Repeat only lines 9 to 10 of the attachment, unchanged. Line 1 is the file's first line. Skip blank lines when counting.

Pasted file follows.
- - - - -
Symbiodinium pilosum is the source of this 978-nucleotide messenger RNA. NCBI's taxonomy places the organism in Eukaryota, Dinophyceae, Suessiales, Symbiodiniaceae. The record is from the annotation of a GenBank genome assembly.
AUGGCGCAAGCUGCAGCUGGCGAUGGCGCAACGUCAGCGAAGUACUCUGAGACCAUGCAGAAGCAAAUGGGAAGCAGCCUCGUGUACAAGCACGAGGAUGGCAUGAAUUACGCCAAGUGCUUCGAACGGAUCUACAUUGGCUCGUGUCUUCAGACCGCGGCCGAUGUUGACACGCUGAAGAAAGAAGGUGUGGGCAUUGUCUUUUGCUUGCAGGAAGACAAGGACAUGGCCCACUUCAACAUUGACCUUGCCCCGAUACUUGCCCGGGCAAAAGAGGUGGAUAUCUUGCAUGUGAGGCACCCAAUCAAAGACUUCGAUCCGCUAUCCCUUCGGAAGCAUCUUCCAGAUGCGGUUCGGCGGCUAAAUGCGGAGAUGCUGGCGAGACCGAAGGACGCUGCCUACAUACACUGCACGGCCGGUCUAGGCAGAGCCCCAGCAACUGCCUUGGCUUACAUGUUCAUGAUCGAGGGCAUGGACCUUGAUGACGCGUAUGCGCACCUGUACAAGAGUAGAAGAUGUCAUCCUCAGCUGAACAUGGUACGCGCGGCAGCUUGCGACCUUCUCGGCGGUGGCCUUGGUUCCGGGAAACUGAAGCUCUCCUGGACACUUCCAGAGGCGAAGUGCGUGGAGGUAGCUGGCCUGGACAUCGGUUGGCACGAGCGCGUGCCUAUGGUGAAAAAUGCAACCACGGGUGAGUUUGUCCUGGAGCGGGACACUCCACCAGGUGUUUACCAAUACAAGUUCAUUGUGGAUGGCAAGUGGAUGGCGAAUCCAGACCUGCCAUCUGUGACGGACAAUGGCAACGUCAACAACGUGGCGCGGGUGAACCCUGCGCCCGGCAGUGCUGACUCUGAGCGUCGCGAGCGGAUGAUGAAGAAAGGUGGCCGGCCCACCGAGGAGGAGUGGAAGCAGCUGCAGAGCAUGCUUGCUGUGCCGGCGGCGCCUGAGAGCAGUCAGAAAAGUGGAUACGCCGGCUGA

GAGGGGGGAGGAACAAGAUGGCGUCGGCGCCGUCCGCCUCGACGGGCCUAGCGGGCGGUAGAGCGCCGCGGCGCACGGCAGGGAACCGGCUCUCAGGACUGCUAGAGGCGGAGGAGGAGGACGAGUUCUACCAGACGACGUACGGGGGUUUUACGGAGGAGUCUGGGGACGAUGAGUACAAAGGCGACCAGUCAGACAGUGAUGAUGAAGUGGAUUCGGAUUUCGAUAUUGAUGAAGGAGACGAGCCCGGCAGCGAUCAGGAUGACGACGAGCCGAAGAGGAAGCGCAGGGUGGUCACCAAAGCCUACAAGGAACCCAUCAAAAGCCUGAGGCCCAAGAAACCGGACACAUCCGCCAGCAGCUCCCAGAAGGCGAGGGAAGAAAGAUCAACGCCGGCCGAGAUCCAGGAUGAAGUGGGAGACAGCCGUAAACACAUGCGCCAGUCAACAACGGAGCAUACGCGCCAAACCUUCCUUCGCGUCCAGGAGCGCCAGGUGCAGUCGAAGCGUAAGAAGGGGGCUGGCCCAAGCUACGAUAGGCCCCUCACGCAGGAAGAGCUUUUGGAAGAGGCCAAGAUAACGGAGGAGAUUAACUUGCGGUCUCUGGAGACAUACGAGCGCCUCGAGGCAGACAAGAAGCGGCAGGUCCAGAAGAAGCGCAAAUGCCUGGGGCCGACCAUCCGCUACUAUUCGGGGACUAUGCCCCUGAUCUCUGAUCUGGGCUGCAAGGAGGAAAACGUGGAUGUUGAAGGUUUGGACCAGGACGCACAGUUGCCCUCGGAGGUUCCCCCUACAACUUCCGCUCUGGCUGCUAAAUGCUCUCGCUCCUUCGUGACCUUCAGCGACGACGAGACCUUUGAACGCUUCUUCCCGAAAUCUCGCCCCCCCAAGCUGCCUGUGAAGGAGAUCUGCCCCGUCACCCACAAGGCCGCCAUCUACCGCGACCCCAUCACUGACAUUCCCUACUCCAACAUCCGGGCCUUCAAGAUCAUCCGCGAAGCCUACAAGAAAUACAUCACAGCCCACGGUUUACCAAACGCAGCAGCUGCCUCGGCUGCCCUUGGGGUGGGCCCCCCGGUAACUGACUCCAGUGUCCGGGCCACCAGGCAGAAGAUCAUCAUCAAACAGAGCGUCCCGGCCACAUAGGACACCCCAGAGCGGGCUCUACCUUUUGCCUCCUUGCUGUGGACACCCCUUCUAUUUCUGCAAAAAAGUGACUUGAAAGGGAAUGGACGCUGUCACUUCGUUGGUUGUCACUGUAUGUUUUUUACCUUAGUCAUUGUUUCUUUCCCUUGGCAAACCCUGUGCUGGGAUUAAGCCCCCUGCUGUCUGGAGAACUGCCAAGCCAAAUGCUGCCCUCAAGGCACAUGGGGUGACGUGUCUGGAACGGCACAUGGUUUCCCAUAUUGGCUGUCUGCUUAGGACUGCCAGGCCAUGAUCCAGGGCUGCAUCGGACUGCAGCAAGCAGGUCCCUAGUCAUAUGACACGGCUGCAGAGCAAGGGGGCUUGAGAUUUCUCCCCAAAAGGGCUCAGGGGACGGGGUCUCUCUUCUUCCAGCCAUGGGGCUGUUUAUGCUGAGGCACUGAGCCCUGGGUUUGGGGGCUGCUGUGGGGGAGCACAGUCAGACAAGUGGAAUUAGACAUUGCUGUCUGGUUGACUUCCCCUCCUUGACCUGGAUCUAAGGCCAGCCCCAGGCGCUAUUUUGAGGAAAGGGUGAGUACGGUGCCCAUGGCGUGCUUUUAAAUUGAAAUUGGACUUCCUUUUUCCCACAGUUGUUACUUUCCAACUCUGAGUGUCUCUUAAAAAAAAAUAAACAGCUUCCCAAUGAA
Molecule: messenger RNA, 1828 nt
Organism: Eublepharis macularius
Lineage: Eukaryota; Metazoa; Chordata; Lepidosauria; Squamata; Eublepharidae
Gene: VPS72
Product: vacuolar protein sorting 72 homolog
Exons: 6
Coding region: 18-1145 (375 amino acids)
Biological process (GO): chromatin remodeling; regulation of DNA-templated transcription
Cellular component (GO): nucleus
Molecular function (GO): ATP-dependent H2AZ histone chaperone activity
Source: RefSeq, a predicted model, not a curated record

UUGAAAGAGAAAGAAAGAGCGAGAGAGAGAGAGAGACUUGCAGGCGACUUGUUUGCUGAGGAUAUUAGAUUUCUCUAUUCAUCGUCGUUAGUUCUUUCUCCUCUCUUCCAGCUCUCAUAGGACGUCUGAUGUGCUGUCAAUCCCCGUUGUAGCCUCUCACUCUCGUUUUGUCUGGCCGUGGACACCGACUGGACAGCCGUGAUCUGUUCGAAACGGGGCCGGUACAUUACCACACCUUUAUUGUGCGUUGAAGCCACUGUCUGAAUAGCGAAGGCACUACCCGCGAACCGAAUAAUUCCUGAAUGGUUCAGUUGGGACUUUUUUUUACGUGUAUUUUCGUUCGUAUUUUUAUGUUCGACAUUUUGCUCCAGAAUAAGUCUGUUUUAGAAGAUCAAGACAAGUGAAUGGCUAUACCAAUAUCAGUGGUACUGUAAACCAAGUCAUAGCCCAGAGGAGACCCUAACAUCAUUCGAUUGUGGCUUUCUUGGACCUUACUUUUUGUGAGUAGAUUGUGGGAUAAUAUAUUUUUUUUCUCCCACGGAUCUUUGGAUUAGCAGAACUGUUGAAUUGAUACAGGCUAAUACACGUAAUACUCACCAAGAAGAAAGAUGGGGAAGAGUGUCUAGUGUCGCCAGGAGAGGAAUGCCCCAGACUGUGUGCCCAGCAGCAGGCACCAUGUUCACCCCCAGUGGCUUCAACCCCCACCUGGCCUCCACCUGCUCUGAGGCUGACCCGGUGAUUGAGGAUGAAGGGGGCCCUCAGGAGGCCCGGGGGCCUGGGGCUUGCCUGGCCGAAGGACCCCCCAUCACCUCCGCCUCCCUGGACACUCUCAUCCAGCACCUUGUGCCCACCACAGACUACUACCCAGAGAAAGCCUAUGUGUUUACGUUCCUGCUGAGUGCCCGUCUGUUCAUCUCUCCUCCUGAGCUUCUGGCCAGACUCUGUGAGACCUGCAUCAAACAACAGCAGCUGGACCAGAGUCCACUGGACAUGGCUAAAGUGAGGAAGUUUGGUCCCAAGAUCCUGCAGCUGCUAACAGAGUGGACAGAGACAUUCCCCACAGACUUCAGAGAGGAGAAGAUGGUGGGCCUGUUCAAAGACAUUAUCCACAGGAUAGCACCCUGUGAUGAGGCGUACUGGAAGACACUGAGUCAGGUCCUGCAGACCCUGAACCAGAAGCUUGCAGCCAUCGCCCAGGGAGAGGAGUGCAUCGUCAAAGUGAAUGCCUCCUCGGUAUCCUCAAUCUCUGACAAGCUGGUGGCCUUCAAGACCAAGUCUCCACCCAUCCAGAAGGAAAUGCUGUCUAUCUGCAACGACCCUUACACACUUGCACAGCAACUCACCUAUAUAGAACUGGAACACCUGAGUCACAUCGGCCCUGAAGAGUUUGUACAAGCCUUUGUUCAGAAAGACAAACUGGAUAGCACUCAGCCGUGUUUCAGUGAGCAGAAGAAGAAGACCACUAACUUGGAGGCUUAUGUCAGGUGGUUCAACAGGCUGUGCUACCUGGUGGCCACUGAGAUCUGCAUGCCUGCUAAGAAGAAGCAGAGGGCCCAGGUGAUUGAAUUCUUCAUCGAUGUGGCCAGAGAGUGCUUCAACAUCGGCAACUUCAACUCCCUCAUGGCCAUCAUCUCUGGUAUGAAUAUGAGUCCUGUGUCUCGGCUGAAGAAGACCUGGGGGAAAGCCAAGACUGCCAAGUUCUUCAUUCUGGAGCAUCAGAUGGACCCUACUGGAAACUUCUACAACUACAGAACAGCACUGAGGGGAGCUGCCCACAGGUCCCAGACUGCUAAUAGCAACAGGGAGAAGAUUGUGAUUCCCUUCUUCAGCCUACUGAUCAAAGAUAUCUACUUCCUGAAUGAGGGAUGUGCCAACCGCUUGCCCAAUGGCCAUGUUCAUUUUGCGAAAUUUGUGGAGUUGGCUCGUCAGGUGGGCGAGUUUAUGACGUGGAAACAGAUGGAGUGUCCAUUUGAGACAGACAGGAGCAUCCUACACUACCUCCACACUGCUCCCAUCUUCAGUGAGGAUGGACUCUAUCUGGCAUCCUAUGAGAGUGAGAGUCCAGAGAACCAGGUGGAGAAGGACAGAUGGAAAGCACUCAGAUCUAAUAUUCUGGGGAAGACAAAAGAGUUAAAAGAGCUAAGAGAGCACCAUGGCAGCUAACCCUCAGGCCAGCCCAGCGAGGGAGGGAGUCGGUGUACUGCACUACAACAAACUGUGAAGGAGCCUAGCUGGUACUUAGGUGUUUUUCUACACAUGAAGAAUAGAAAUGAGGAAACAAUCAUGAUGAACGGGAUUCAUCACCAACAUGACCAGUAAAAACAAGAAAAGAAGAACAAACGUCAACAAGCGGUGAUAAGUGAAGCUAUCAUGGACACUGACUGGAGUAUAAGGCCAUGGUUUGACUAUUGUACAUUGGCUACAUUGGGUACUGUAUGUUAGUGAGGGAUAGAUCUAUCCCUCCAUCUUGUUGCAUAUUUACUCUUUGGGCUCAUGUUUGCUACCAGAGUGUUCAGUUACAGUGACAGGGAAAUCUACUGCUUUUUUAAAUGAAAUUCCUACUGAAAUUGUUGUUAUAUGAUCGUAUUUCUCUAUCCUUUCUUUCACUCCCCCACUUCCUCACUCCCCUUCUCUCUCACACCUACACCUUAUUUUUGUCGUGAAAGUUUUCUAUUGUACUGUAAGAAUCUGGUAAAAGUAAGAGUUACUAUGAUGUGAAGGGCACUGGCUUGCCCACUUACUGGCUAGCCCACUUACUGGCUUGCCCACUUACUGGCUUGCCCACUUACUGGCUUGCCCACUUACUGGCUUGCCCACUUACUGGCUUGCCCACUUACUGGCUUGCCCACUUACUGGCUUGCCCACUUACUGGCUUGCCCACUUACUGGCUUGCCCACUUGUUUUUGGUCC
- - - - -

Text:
Exons: 6
Coding region: 18-1145 (375 amino acids)